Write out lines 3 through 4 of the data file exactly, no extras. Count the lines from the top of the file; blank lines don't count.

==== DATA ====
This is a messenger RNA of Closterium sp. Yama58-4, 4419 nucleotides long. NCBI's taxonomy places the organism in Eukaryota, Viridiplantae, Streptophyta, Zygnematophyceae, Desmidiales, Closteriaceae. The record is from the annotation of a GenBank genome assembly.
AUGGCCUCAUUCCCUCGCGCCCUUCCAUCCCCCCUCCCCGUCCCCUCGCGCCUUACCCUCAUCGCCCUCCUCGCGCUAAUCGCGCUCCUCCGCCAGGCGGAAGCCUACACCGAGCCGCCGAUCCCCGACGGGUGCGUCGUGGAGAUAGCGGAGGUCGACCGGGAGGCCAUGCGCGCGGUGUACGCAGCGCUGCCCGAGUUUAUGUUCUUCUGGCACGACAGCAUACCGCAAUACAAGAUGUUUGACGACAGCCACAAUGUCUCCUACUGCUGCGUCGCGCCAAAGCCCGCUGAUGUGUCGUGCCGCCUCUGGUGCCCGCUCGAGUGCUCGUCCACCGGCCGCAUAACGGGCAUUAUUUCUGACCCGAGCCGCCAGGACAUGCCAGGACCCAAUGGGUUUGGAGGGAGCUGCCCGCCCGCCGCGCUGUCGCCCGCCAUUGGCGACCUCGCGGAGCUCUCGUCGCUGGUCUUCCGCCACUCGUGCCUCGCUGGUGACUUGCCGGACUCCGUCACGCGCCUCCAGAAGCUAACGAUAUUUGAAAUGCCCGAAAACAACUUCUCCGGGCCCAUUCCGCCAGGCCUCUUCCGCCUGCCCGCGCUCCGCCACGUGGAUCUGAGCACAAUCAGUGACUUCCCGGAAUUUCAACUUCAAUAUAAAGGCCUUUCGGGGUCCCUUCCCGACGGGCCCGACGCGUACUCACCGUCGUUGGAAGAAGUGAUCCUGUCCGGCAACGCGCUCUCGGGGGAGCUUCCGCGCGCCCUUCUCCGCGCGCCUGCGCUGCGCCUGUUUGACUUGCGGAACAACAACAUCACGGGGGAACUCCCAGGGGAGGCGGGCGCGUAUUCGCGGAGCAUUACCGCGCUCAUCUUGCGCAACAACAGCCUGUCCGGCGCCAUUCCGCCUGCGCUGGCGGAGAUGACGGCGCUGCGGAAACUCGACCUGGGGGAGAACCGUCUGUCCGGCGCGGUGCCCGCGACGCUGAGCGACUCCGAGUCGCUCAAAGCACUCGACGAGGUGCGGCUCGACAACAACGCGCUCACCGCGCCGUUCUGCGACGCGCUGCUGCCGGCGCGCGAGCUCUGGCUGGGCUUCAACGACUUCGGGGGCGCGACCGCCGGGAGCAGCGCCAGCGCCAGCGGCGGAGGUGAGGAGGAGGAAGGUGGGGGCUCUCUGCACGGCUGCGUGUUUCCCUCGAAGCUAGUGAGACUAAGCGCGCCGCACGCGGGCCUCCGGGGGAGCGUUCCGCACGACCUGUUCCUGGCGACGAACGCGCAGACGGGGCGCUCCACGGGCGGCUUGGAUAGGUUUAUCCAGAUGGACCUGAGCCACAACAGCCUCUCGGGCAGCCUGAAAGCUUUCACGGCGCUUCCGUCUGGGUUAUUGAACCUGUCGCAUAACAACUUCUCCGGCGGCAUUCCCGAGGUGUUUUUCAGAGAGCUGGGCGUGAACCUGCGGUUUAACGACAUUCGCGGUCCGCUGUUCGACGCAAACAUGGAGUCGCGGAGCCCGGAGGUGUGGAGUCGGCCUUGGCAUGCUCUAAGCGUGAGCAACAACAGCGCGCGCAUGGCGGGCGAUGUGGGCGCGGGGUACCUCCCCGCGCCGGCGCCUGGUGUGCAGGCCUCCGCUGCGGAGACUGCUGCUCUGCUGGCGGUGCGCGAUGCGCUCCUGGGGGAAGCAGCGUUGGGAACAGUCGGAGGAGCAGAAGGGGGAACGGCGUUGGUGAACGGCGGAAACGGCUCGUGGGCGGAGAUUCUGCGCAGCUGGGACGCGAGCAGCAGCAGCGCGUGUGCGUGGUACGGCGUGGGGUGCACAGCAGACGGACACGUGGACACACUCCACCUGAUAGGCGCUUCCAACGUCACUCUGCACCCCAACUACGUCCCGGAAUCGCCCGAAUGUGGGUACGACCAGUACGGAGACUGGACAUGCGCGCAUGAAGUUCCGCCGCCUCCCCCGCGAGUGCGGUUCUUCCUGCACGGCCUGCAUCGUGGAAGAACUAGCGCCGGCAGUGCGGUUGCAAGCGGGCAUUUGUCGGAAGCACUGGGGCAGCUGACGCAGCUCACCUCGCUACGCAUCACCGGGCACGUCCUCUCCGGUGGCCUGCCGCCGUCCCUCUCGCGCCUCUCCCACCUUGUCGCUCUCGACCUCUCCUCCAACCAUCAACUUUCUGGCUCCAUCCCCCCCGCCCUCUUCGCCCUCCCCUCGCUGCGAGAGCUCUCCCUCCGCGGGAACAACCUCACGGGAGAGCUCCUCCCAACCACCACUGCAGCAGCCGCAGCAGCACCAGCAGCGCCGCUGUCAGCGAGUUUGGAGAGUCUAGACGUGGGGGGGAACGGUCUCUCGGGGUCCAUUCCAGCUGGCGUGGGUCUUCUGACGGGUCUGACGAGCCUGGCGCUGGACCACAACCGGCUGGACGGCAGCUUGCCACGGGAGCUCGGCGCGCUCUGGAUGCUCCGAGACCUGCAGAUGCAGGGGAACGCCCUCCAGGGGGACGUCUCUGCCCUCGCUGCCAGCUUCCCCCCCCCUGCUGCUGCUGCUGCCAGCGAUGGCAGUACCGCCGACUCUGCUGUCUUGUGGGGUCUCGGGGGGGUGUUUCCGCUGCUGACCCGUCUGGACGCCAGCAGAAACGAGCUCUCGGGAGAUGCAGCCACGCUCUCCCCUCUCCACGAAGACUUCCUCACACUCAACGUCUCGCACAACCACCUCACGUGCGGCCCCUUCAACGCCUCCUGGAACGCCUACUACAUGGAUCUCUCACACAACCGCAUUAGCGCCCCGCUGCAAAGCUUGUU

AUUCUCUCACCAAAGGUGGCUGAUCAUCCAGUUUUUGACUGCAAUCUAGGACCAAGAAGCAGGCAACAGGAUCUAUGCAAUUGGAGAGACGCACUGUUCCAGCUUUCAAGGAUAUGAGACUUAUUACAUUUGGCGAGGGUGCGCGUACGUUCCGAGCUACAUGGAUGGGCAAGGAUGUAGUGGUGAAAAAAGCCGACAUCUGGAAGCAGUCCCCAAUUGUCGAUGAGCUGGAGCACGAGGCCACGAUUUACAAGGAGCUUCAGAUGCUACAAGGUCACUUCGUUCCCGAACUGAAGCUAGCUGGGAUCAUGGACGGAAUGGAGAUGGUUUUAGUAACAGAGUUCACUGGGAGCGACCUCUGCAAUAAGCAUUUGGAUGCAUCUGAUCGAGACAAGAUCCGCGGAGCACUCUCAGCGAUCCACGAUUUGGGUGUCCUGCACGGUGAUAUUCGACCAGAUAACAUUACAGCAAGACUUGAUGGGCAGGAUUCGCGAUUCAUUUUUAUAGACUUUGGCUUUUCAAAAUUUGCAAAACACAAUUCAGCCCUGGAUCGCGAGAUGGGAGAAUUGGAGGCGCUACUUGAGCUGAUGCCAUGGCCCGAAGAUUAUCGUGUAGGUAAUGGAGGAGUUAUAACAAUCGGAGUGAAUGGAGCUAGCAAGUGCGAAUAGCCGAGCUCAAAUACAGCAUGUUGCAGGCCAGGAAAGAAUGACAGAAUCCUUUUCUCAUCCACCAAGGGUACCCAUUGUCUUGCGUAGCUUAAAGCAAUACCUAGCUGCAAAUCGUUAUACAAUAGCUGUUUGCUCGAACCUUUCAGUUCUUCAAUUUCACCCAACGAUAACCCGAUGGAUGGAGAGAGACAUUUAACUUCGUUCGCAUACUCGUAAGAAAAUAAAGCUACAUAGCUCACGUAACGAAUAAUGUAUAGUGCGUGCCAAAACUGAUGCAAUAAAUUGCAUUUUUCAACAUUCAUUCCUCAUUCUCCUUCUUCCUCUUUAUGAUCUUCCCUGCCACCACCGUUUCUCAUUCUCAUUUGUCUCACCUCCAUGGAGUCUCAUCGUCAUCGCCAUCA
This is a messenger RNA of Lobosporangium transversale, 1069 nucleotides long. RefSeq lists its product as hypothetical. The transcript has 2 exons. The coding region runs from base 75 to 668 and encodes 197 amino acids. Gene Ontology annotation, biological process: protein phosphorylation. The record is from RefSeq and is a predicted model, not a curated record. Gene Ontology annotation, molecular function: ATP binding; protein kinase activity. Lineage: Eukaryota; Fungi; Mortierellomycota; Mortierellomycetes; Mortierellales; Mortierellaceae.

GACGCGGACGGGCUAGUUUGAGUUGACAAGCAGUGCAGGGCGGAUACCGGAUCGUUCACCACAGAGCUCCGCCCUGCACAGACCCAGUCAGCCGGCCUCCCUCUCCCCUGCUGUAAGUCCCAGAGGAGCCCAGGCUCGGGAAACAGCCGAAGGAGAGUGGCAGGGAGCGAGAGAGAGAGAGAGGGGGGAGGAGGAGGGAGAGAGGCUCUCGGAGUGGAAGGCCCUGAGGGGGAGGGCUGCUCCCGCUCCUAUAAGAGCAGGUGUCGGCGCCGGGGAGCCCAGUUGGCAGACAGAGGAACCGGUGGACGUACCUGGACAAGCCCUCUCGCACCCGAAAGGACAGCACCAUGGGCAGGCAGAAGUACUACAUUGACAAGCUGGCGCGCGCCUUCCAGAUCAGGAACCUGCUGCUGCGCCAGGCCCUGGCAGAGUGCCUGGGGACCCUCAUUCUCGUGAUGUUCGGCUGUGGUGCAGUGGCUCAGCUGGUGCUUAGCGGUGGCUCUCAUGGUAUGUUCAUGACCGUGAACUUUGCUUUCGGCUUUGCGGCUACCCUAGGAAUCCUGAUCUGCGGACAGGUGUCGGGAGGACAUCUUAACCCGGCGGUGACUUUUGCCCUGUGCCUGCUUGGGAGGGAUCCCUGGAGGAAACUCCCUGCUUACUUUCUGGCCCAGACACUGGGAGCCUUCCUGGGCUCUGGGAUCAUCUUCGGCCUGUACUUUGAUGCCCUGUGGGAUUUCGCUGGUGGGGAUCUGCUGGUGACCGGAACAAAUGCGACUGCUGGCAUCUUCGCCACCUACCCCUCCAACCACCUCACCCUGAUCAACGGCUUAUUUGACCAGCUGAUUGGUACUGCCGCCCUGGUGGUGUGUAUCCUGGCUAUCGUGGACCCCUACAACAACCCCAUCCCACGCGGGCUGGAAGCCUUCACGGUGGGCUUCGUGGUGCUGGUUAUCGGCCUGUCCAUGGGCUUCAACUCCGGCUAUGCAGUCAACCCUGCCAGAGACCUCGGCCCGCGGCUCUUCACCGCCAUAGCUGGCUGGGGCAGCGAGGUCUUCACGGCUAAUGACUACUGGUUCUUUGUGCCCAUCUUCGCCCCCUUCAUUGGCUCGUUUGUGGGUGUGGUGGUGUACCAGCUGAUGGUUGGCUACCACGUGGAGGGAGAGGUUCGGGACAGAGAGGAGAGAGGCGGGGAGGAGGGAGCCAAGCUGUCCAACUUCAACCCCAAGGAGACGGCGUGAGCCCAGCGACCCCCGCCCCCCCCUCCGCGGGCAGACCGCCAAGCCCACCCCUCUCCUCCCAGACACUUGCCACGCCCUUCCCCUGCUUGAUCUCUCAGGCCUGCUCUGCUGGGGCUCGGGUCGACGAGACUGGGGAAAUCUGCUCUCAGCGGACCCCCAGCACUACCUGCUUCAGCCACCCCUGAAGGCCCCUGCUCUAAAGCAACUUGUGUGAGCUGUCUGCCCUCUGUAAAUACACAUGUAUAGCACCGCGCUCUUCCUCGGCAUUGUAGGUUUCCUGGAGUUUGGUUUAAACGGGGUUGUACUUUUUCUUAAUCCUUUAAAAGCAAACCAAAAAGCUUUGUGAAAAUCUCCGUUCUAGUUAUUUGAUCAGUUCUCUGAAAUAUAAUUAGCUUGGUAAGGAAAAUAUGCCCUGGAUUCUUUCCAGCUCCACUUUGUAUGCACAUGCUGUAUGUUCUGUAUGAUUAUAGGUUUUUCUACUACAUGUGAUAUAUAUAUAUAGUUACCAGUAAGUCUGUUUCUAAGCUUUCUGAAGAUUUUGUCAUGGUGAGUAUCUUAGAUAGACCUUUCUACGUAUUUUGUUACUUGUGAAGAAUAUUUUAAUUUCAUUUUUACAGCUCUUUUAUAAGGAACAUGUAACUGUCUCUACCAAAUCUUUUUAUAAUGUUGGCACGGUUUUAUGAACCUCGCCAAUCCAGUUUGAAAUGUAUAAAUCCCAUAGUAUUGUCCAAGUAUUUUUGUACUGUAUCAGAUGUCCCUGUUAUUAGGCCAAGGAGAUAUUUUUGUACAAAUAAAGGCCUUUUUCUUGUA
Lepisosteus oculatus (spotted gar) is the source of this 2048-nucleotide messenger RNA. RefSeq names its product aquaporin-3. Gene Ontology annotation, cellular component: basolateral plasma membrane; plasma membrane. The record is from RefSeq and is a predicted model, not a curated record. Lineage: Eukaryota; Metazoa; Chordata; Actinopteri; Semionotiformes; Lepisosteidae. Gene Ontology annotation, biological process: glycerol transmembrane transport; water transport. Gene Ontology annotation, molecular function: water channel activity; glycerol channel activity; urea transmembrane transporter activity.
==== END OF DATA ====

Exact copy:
AUUCUCUCACCAAAGGUGGCUGAUCAUCCAGUUUUUGACUGCAAUCUAGGACCAAGAAGCAGGCAACAGGAUCUAUGCAAUUGGAGAGACGCACUGUUCCAGCUUUCAAGGAUAUGAGACUUAUUACAUUUGGCGAGGGUGCGCGUACGUUCCGAGCUACAUGGAUGGGCAAGGAUGUAGUGGUGAAAAAAGCCGACAUCUGGAAGCAGUCCCCAAUUGUCGAUGAGCUGGAGCACGAGGCCACGAUUUACAAGGAGCUUCAGAUGCUACAAGGUCACUUCGUUCCCGAACUGAAGCUAGCUGGGAUCAUGGACGGAAUGGAGAUGGUUUUAGUAACAGAGUUCACUGGGAGCGACCUCUGCAAUAAGCAUUUGGAUGCAUCUGAUCGAGACAAGAUCCGCGGAGCACUCUCAGCGAUCCACGAUUUGGGUGUCCUGCACGGUGAUAUUCGACCAGAUAACAUUACAGCAAGACUUGAUGGGCAGGAUUCGCGAUUCAUUUUUAUAGACUUUGGCUUUUCAAAAUUUGCAAAACACAAUUCAGCCCUGGAUCGCGAGAUGGGAGAAUUGGAGGCGCUACUUGAGCUGAUGCCAUGGCCCGAAGAUUAUCGUGUAGGUAAUGGAGGAGUUAUAACAAUCGGAGUGAAUGGAGCUAGCAAGUGCGAAUAGCCGAGCUCAAAUACAGCAUGUUGCAGGCCAGGAAAGAAUGACAGAAUCCUUUUCUCAUCCACCAAGGGUACCCAUUGUCUUGCGUAGCUUAAAGCAAUACCUAGCUGCAAAUCGUUAUACAAUAGCUGUUUGCUCGAACCUUUCAGUUCUUCAAUUUCACCCAACGAUAACCCGAUGGAUGGAGAGAGACAUUUAACUUCGUUCGCAUACUCGUAAGAAAAUAAAGCUACAUAGCUCACGUAACGAAUAAUGUAUAGUGCGUGCCAAAACUGAUGCAAUAAAUUGCAUUUUUCAACAUUCAUUCCUCAUUCUCCUUCUUCCUCUUUAUGAUCUUCCCUGCCACCACCGUUUCUCAUUCUCAUUUGUCUCACCUCCAUGGAGUCUCAUCGUCAUCGCCAUCA
This is a messenger RNA of Lobosporangium transversale, 1069 nucleotides long. RefSeq lists its product as hypothetical. The transcript has 2 exons. The coding region runs from base 75 to 668 and encodes 197 amino acids. Gene Ontology annotation, biological process: protein phosphorylation. The record is from RefSeq and is a predicted model, not a curated record. Gene Ontology annotation, molecular function: ATP binding; protein kinase activity. Lineage: Eukaryota; Fungi; Mortierellomycota; Mortierellomycetes; Mortierellales; Mortierellaceae.